Chronic, by D. A. Powell, Graywolf Press, 2009, 79 pages
By Dan Szczesny firstname.lastname@example.org
I’m normally not inclined to suffer the syntactical jitters some modernist poets feel is their birthright to inflict upon the reading public. Primarily, my hesitance comes from the fact that odd line breaks, random spacing and page gymnastics are usually smoke and mirrors for a poet who has little to actually say.
Well, I’m glad to report that D. A. Powell, in his new collection, Chronic, does indeed have a lot to say and is able to say it well, despite (or perhaps because of) his very unique voice and challenging writing style.
The San Francisco English teacher has put together his own set of chronic illnesses and errors affecting him and the planet — from climate change to drug abuse to teenage angst, Powell’s collection is a litany of failure, pain and pathos. And it’s damn funny.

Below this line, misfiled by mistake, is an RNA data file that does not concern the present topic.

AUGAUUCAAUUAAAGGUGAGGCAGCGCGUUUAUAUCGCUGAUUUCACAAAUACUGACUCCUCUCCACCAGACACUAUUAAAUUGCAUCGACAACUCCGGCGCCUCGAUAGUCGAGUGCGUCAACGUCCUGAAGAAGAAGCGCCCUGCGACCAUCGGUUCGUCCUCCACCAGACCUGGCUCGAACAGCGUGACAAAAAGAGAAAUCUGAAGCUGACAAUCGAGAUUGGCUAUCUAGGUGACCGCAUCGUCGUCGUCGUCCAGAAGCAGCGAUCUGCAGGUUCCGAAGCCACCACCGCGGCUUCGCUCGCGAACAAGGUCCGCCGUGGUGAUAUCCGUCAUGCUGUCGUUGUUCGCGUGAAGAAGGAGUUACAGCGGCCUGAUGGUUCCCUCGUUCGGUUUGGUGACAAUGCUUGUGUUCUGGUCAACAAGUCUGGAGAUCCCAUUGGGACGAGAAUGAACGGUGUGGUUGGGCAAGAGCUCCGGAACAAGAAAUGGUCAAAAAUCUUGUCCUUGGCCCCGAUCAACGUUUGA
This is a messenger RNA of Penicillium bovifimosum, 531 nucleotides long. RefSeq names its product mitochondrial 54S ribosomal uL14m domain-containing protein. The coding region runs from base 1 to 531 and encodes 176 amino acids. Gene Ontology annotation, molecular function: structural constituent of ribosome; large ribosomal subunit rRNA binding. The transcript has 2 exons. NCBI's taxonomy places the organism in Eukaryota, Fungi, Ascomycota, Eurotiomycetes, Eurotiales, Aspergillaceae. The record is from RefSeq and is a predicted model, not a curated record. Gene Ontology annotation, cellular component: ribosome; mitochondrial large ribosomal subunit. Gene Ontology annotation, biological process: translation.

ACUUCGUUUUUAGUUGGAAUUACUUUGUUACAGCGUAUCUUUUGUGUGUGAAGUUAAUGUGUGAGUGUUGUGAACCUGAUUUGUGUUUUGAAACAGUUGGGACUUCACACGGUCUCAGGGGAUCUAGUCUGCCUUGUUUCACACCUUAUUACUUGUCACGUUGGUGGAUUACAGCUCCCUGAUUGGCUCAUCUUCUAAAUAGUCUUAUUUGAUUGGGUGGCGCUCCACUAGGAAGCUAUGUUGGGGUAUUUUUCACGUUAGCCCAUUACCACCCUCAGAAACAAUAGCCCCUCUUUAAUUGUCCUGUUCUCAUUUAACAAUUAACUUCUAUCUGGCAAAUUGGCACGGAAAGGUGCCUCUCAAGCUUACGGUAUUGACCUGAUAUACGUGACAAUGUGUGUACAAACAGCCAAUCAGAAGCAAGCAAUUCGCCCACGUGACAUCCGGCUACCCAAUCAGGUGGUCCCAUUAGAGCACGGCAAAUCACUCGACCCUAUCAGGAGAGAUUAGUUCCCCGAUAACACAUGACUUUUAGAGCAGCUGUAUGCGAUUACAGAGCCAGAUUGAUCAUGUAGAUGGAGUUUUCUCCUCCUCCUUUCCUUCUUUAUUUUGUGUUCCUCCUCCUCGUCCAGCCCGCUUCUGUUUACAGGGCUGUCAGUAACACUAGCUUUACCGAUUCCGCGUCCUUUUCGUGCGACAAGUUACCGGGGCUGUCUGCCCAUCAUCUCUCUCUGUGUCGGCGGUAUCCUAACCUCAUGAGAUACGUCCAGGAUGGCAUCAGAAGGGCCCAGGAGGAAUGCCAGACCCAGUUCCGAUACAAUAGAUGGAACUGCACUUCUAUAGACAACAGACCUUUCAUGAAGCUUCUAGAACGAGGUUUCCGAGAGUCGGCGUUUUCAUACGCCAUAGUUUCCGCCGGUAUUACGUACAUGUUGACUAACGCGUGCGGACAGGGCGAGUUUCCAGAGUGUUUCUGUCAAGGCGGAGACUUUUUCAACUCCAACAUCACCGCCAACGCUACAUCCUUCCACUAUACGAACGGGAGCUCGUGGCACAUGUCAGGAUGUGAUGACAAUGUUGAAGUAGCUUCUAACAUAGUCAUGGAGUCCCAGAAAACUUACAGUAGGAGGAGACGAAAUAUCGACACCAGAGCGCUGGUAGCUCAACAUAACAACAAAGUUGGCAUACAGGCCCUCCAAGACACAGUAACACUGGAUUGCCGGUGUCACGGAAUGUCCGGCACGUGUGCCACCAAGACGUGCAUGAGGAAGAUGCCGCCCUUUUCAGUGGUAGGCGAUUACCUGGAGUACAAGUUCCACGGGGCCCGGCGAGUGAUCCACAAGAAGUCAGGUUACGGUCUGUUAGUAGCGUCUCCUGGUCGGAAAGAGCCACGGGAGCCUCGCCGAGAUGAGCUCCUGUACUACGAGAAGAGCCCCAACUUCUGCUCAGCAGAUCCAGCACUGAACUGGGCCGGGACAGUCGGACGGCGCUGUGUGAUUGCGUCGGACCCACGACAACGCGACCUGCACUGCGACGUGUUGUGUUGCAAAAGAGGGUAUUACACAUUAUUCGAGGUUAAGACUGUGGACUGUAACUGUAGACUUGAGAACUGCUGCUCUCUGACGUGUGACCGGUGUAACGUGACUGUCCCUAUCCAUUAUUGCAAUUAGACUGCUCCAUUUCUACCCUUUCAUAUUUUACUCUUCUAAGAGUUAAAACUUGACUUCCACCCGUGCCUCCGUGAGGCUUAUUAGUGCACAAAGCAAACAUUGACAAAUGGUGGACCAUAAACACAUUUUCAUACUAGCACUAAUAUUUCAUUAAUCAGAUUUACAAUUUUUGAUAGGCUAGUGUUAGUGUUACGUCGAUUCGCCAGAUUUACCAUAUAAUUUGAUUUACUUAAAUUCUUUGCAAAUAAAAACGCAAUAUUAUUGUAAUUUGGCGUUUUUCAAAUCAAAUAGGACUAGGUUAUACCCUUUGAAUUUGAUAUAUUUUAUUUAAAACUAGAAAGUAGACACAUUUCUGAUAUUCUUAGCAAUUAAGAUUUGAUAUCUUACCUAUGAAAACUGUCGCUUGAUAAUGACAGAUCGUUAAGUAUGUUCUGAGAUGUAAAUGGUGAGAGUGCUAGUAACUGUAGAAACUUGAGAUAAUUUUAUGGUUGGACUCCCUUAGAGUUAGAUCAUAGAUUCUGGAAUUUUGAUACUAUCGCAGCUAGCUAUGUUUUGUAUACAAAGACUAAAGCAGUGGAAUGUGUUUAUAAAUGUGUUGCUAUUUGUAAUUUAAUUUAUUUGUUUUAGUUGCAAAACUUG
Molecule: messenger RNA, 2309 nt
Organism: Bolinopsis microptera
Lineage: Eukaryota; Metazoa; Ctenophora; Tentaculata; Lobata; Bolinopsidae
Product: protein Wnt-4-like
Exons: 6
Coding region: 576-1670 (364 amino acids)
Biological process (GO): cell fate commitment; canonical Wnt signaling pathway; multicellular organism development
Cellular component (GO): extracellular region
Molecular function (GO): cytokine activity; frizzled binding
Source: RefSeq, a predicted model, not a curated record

In “Sprig of Lilac” Powell turns the standard theme of Spring renewal into a hyperactive Woody Allen-esque manic rant: “look at the pluck you’ve made of my heart: it broke open in your hands / oddments of ravished leaves: blossom blast and dieback: petals drooping // we kissed briefly in the deathless spring.” Is the narrator happy or horrified? Who knows!
Powell also pulls off another construction trick that I’ve never seen before. The poem “Centerfold” is actually a centerfold in the middle of the book that you must unfold in order to read. But it’s not for show only. The poem is good, a dry, dark telling (I think) of an illicit love affair that ends badly. But the lines spread out across the page, needing the space to tell their story. The poem is easy and accessible despite its odd form.
Modern poetry is tricky. There are too many poets out there looking to make their mark, literally on the page, without having the skill to back up the bravado. Powell has it, and it’s a joy to read. A. — Dan Szczesny